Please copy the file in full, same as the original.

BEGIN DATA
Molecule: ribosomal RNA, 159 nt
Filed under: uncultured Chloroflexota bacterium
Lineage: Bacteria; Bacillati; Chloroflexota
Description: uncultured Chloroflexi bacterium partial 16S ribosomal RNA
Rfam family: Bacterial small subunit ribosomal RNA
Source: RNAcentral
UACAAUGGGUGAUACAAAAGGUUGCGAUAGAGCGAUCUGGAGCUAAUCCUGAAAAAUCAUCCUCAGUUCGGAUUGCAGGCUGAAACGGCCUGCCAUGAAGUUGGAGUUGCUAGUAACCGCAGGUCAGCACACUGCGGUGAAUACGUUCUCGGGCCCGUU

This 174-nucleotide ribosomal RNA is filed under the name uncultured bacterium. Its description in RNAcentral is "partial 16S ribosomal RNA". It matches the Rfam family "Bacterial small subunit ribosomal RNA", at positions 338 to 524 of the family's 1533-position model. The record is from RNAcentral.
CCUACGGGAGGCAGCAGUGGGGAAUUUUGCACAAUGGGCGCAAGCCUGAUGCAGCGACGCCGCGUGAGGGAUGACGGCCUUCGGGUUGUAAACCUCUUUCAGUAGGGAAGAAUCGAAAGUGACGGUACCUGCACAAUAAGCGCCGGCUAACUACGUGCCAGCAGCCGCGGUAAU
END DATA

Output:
Molecule: ribosomal RNA, 159 nt
Filed under: uncultured Chloroflexota bacterium
Lineage: Bacteria; Bacillati; Chloroflexota
Description: uncultured Chloroflexi bacterium partial 16S ribosomal RNA
Rfam family: Bacterial small subunit ribosomal RNA
Source: RNAcentral
UACAAUGGGUGAUACAAAAGGUUGCGAUAGAGCGAUCUGGAGCUAAUCCUGAAAAAUCAUCCUCAGUUCGGAUUGCAGGCUGAAACGGCCUGCCAUGAAGUUGGAGUUGCUAGUAACCGCAGGUCAGCACACUGCGGUGAAUACGUUCUCGGGCCCGUU

This 174-nucleotide ribosomal RNA is filed under the name uncultured bacterium. Its description in RNAcentral is "partial 16S ribosomal RNA". It matches the Rfam family "Bacterial small subunit ribosomal RNA", at positions 338 to 524 of the family's 1533-position model. The record is from RNAcentral.
CCUACGGGAGGCAGCAGUGGGGAAUUUUGCACAAUGGGCGCAAGCCUGAUGCAGCGACGCCGCGUGAGGGAUGACGGCCUUCGGGUUGUAAACCUCUUUCAGUAGGGAAGAAUCGAAAGUGACGGUACCUGCACAAUAAGCGCCGGCUAACUACGUGCCAGCAGCCGCGGUAAU